Book Promotion Ideas for Finding and Pitching Book Clubs

by | Sep 18, 2019 | Bestseller Essentials, Book Marketing Basics

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When a lot of authors start brainstorming book promotion ideas, they find themselves thinking about professional reviews or securing interviews with big media outlets, and they think this is the way to sell more books.

That’s because most authors either don’t realize, or lose sight of the fact, that 95% of books are bought based on personal recommendations.

That’s staggering, isn’t it? It also means you’re better off focusing more on creative book promotion ideas that get books in real readers’ hands – and less on the idea of what could happen with a long-shot magazine feature.

So with real readers in mind, I think it’s time for more authors to get savvy about putting themselves out there.

Collaborating with Book Clubs

If your book is in a genre that’s typically popular with book clubs, it’s possible that some in your area will find and contact you. However, this is more likely if you’ve had local publicity, which I’ve written about a lot and encourage you to revisit using the Resources section at the end of this piece!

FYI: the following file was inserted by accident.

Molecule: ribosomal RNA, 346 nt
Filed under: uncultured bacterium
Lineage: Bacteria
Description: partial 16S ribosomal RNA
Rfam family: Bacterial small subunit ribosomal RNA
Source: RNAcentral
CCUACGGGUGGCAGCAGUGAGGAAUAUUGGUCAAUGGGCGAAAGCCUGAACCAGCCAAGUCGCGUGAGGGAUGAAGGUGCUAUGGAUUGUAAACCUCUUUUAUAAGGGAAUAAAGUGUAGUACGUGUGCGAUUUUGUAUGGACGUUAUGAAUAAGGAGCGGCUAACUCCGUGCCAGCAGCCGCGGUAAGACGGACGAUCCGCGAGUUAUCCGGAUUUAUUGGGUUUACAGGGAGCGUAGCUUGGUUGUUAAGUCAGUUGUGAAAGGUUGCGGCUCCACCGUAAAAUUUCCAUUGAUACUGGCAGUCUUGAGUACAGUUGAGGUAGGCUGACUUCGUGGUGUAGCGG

But if book clubs aren’t already knocking down your door, it’s time to get more proactive. And if I’m being honest, nearly all the book promotion ideas worth their salt require you to be proactive – and then some.

Start with Your Inner Circle

Ideally one of your friends or acquaintances belongs to a book club. Start there.  It’s a common hurdle I see with authors I work with, many are timid about tapping into their own networks, but you really have to get over that. Send an email out, ask who is in a book club or has a close friend who is active in a book club, and ask if they’d be willing to feature your book. I’ll share more tips on how to sweeten the deal and be prepared in just a moment.

Check Out Where Book Clubs Meet

Visit your local library, coffee shops, breweries or wine bars – modern places where book clubs often meet and ask the owner or manager if they can give you the contact information for the club’s organizer.

If they’re not comfortable doing so, leave your name, contact info, and book materials, like a one-sheet, with the owner to share with the organizer.